I took a couple of photos of the lights, tonight. You can see them on the left, in the album called IN MY EYES.
I live on a small street, where there are no streetlights, so I actually got a decent view of the lights, from way out here in Sheepshead Bay. I wanted to take it, not because the skyline is so stellar, but because it is so mundane.
Just like the outside world sees the photos of the lights with the Manhattan skyline as the backdrop, they regard the whole 9/11 thing as some sort of ‘event’, some sort of tourist thing, unreal, almost.
But for those people out in the boroughs, the homes, the suburbs, it’s still there, looming overhead, over everything, but everything is a bit more everyday. It’s integrated into the day to day lives of so many New Yorkers, but ones not nearly as glamorous as the ones profiled in the papers, if you could even call death and destruction glamorous.
It was rather strange, for me. I was pregnant with my son T, not hugely so, but enough so I was feeling the effects. I got my daughter on the school bus, and went back to bed, and my middle son, F, laid down for his morning nap. At some point I turned on the TV — nothing. It was because the towers fell, but I thought it was just my building’s antenna acting up again. I was used to it. Nothing was unusual.
My brother was in Florida, my parents, the Carribean. No one really to call me, and I had trouble with the phone anyways. My husband was at work, dealing with his own 9/11 problems.
So around lunchtime, I decided that we should try the TV again, and I got fuzz, again. I flipped channels, because sometimes only some channels would go out, and not others. It was then that I found stations that worked, and saw what happened.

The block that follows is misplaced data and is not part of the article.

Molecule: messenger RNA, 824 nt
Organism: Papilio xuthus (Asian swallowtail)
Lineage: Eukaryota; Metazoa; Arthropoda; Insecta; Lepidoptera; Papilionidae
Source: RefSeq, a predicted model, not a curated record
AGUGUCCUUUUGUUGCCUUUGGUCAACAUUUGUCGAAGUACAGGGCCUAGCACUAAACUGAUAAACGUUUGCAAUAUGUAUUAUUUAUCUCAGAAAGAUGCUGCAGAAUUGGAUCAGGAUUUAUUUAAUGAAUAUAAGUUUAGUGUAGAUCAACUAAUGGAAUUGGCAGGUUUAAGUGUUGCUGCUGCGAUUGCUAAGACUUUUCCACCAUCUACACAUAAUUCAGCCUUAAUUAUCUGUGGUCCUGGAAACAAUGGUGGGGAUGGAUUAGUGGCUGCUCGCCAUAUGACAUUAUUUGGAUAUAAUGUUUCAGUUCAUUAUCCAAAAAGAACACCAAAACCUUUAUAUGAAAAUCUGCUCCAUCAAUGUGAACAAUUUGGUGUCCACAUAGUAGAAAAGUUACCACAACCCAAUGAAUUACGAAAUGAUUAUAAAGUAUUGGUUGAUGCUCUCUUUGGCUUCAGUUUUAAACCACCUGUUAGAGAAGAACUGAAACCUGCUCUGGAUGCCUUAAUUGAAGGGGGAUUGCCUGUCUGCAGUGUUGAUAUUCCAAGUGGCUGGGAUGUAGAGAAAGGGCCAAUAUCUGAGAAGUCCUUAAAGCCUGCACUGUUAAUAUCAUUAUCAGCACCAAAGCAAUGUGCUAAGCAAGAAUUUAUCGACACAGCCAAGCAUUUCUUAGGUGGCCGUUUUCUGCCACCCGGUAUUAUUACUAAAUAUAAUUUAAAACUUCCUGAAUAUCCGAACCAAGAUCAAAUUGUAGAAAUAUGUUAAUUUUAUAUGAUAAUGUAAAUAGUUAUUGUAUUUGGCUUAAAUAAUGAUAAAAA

I was shocked, numb — I used to work at Cantor Fitzgerald, and knew people who worked in the towers. I planned so much of my life there, shopped there, worked there, ate there. Two big huge gaping holes. Didn’t help either that my husband had that as a jobsite and although he often worked in the office, would sometimes go to sites to drop things off when needed.
I had so much trouble getting through to people on the phone, and wasn’t online at the time. I finally got through to my husband who stayed overnight in the Bronx where he worked, because he didn’t want to even attempt to come home. I was left alone with my babies, wondering what the hell kind of world we lived in.
I think the pregnancy shielded me from a lot. It didn’t kick in, or as hard, or something. Or maybe it is just so shocking that such a thing would happen.
I do know one thing — a short while later, they opened up the downtown Manhattan area, and I marched myself right down there to spend what I could. Went shopping, had lunch, walked around. I felt it was very important to go and show some sort of solidarity by helping the shopkeepers and business owners out, and that we weren’t afraid, that life goes on, that you can’t keep a New Yorker down.
And years later, I was quite proud that my husband got to work on a building that was hit that day, that he is a small part of putting this city back together.